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Some feared a film of Hemingway's novel about the Spanish Civil War would take too strong a stance against fascism. They didn't know Hollywood.

Using innovative, slow-motion re-enactments, Errol Morris cast new light on the murder of a Dallas policeman. As a result, the man wrongly convicted of the crime went free.

When Mickey Mouse and Donald Duck gave way to Bach and Beethoven, the results were as far out as Pluto.

Steven Spielberg's imaginary childhood friend brought to life, voiced by an aging actress with a two-pack-a-day cigarette habit.

Elia Kazan and Budd Schulberg used this gritty tale of corruption on the New York waterfront to help put a positive spin on ratting out their colleagues.

Frequently listed as the greatest film ever made, Orson Welles's masterpiece is also a thinly veiled biopic of William Randolph Hearst.

The quintessential Robert Altman film featured a cast of hundreds and about an equal number of subplots, but who's complaining?

Sidney Lumet finds the soul of New York City in a bank robbery that goes comically--and tragically--awry.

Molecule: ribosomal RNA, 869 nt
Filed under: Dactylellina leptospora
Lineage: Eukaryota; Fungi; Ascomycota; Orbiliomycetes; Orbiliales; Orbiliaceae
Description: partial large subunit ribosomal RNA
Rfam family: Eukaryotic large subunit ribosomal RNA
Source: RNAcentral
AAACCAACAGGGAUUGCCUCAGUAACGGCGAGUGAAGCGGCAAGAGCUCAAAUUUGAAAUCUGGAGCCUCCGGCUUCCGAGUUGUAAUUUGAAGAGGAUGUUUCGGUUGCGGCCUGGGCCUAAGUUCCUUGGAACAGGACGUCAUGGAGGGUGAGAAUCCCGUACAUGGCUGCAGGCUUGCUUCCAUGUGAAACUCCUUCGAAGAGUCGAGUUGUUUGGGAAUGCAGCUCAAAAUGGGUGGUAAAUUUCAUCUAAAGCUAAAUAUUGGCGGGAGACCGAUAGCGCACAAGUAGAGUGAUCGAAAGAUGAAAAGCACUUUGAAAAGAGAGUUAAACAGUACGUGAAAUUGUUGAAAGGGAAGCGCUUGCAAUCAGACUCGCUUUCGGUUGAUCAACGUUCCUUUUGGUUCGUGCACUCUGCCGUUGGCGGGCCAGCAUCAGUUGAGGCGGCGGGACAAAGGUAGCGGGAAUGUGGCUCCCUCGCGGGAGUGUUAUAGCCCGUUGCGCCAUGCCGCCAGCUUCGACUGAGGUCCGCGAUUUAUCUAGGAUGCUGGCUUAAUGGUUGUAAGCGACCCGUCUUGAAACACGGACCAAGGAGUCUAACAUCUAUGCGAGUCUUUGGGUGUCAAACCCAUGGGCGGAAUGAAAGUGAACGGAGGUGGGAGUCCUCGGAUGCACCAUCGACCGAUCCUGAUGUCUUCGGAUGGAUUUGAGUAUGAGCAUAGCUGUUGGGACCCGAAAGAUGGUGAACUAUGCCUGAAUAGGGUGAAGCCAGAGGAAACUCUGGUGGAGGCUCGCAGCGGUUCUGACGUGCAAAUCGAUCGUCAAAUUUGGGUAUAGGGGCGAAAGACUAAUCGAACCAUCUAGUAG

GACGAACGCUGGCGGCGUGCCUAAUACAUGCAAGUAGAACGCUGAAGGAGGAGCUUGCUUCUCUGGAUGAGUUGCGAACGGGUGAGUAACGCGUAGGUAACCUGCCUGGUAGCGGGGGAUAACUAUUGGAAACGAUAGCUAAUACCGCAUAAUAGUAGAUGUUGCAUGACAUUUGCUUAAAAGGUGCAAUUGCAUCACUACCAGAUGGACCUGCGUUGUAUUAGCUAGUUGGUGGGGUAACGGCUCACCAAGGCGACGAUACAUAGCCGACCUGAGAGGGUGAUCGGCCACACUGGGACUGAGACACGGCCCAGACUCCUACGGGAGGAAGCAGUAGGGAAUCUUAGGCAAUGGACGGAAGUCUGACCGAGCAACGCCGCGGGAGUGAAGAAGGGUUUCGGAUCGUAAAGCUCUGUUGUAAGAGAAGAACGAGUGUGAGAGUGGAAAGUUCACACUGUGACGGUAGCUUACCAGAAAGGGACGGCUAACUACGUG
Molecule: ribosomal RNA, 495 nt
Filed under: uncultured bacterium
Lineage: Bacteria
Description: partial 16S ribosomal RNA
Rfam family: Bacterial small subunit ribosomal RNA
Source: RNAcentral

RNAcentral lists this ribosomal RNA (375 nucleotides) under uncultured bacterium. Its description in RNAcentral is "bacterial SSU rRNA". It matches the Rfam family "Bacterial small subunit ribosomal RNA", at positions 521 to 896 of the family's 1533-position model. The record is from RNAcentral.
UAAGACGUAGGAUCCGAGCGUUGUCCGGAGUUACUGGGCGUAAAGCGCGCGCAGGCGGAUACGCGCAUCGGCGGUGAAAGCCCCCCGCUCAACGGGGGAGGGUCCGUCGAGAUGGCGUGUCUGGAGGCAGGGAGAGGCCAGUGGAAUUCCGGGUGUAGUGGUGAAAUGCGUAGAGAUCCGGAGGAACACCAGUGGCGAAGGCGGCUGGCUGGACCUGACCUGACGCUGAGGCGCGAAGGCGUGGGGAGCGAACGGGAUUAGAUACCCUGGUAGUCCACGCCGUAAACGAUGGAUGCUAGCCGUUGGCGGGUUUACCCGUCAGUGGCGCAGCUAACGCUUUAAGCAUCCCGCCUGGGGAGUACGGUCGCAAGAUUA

Angels look for love in some very odd places and discover among other things, a lonely trapeze artist and the real-life Peter Falk (sans raincoat).

This tale of the dissipation of a Welsh coal-mining family at the turn of the twentieth century was intended to be another Gone with the Wind.

Blogs

An article in The Nation shows that a little gun control could have gone a long way toward saving lives.

February 28, 2015

The government just sold off the once-controversial land. Here’s what they should have done with it instead.

February 27, 2015

In one of the great hatchet jobs of Nation history, Robert Sherrill argued that even in the prime of his clipboard-enabled antics, Buckley was already “quite dead.”

February 27, 2015

Nation correspondent traveled to the canyon in 1893 and told readers back East what he saw.

February 26, 2015

The fear-besotted US was “in danger once again” The Nation warned, “of being left alone at the station as Lenin’s locomotive of history goes racing toward the future.”

February 25, 2015

The Nation wrote about the “South American Hitler” who was “providing safe haven for a band of international bankers, munitions makers, cartel directors, and war-mongers.”

February 24, 2015

The United States in the twenty-first century has not even attained the relatively enlightened moral standards of the war in the Philippines.

February 23, 2015

Mark Van Doren wrote 100 years later about the poet’s “plunges and dips and quivers of syntax.”

February 23, 2015

Recalling “the small and cheerful world” into which Washington was born… well, maybe if you were rich, male and white.

February 22, 2015

The Nation gave Thompson his first big break in journalism in 1965.

February 20, 2015